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Confederate Admiral: The Life and Wars of Franklin Buchananby Symonds, Craig L.
Publisher: Naval Institute Press
Issue: Winter 2000
Biographies of Civil War era naval officers are a scarce commodity and those of Southern officers are most rare. Craig L. Symonds has created a superb piece of writing in Confederate Admiral, his new volume on the life of Franklin Buchanan. The result is an impressive telling of the life of the Confederacy's first admiral. This work will be the seminal history of Buchanan.
Historians and enthusiasts of naval engagements of the Civil War know Buchanan as the captain of the C.S.S. Virginia at Hampton Roads and also of the C.S.S. Tennessee at Mobile Bay. Buchanan and Raphl Semmes are perhaps the most recognized naval officers that served in the Confederate navy. More has been written about these two men than all other Confederate naval officers combined. What has been lacking, particularly in the case of Buchanan, is a true biography and Symonds now has succeeded beautifully in writing it.
Buchanan's service as an American naval officer, a career that spanned 50 years, was remarkable. He began as a midshipman on the Java, a square-rigged frigate, and later commanded the coal-fired side-wheeler Susquehanna. He was the first commandant of the U.S. Naval Academy, the first American to set foot on Japanese soil, and the commander of the first U.S. flag vessel to sail up the Yangtze River in China.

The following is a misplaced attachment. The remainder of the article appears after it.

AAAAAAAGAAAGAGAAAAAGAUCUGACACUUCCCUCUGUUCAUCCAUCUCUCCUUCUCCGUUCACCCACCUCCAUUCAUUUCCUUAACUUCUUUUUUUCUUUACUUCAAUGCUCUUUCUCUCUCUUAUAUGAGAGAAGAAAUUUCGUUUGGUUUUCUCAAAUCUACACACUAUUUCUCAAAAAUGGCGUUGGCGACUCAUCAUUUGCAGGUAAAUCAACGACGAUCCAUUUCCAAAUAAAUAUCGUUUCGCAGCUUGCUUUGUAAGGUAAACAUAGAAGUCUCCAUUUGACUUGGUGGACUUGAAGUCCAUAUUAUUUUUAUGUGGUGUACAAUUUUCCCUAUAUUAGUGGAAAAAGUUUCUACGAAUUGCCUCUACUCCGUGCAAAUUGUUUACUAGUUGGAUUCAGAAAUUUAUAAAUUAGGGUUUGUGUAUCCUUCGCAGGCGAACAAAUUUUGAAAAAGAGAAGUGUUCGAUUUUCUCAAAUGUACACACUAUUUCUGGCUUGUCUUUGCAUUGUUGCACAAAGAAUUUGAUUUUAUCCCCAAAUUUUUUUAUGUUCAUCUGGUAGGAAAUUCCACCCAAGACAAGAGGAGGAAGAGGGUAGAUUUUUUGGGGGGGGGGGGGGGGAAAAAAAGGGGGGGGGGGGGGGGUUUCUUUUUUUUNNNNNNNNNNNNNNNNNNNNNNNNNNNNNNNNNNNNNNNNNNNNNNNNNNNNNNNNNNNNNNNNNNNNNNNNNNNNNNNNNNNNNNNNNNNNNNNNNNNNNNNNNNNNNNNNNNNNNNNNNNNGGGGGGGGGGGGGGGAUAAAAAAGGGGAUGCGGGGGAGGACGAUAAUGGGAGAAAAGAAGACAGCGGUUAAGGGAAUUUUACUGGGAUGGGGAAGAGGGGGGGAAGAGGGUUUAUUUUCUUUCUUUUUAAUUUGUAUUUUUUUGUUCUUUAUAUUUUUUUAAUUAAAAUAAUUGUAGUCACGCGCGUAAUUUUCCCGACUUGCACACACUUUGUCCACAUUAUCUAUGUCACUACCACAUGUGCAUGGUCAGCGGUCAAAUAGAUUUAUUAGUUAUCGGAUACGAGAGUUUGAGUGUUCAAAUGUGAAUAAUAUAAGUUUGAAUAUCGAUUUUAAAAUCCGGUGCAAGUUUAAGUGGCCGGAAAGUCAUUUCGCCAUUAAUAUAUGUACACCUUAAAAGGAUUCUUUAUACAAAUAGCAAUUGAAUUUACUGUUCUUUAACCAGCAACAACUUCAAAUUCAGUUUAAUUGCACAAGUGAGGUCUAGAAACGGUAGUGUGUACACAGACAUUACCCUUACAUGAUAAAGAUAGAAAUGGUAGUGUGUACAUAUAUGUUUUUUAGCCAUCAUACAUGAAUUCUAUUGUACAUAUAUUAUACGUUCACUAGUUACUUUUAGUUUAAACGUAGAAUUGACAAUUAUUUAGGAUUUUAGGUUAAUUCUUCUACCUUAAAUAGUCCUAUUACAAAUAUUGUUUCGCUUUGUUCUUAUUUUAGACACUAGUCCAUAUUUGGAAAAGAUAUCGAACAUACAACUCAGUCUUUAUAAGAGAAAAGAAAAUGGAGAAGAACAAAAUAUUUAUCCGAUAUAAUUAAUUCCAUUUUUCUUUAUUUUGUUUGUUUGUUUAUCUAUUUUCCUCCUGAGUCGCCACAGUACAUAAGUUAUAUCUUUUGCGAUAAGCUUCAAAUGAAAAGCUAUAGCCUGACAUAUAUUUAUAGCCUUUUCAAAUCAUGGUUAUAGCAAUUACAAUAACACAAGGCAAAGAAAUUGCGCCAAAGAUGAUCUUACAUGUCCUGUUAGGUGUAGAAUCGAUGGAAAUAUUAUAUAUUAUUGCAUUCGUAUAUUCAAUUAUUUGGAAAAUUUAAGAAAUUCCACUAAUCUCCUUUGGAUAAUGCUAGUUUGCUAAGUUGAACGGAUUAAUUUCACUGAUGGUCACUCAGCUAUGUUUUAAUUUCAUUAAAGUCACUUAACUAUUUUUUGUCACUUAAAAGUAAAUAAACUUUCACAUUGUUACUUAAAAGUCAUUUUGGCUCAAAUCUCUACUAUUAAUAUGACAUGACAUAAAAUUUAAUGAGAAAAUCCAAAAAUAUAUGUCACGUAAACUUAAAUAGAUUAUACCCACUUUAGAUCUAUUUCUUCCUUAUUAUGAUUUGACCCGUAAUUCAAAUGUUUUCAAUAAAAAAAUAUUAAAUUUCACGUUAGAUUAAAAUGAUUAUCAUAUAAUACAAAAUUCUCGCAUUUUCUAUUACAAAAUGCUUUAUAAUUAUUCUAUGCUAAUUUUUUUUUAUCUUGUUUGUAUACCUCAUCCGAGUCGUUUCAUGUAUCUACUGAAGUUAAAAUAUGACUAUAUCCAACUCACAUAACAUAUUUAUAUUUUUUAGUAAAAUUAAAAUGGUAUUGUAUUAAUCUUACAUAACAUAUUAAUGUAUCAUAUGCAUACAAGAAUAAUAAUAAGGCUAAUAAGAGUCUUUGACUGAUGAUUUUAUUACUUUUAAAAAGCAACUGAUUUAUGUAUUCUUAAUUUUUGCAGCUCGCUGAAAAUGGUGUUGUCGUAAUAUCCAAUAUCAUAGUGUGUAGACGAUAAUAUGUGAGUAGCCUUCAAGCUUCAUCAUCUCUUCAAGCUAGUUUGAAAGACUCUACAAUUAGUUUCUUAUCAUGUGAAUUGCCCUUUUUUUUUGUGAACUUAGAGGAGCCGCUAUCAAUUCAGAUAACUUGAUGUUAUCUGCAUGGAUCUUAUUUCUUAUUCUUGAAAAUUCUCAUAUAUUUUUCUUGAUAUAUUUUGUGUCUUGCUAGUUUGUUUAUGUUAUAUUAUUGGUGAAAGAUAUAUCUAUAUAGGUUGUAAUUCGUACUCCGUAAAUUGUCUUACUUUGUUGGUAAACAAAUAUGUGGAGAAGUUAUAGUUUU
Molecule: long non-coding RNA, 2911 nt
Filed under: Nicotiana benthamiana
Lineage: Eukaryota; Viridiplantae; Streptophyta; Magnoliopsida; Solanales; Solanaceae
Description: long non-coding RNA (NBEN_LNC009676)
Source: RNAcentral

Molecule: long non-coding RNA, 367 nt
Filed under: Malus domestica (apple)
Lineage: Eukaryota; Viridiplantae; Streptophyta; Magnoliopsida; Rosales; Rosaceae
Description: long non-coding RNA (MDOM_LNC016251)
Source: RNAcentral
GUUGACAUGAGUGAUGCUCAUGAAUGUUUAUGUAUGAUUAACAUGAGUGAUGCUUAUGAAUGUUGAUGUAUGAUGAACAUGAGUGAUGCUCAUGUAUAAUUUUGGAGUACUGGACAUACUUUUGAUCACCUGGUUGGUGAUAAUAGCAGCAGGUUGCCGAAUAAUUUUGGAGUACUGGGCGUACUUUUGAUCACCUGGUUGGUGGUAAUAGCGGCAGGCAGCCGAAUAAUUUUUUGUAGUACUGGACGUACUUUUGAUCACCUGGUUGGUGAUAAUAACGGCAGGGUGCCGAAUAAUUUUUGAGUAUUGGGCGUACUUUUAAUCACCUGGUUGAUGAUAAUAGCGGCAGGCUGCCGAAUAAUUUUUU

Buchanan, assuming his native Maryland would secede as a slave-holding state, resigned his commission after Sumter. When Maryland stayed in the Union, he tried to get his commission back, and, when this effort failed, he joined the fledgling Confederate navy and became one its great strategic architects. Buchanan's prowess as a naval tactician is covered in detail. He was an innovator serving in a naval service that desperately needed him. After the War he returned to his Eastern Shore home, the Rest. He served as president of the Maryland Agricultural College in 1868-69. He died at his home on May 11, 1874.
What clearly emerges from this work is Buchanan's attitude toward politics, slavery, life in the upper South, and the angst of serving two masters -- his country and his region. The book contains excellent photographs, engravings, and maps, and the scholarship is first rate.
Gary D. Joiner is a professor of history at Louisiana State University in Shreveport, where he teaches Civil War and Reconstruction. He is a member of the on-site board of the United States Civil War Center.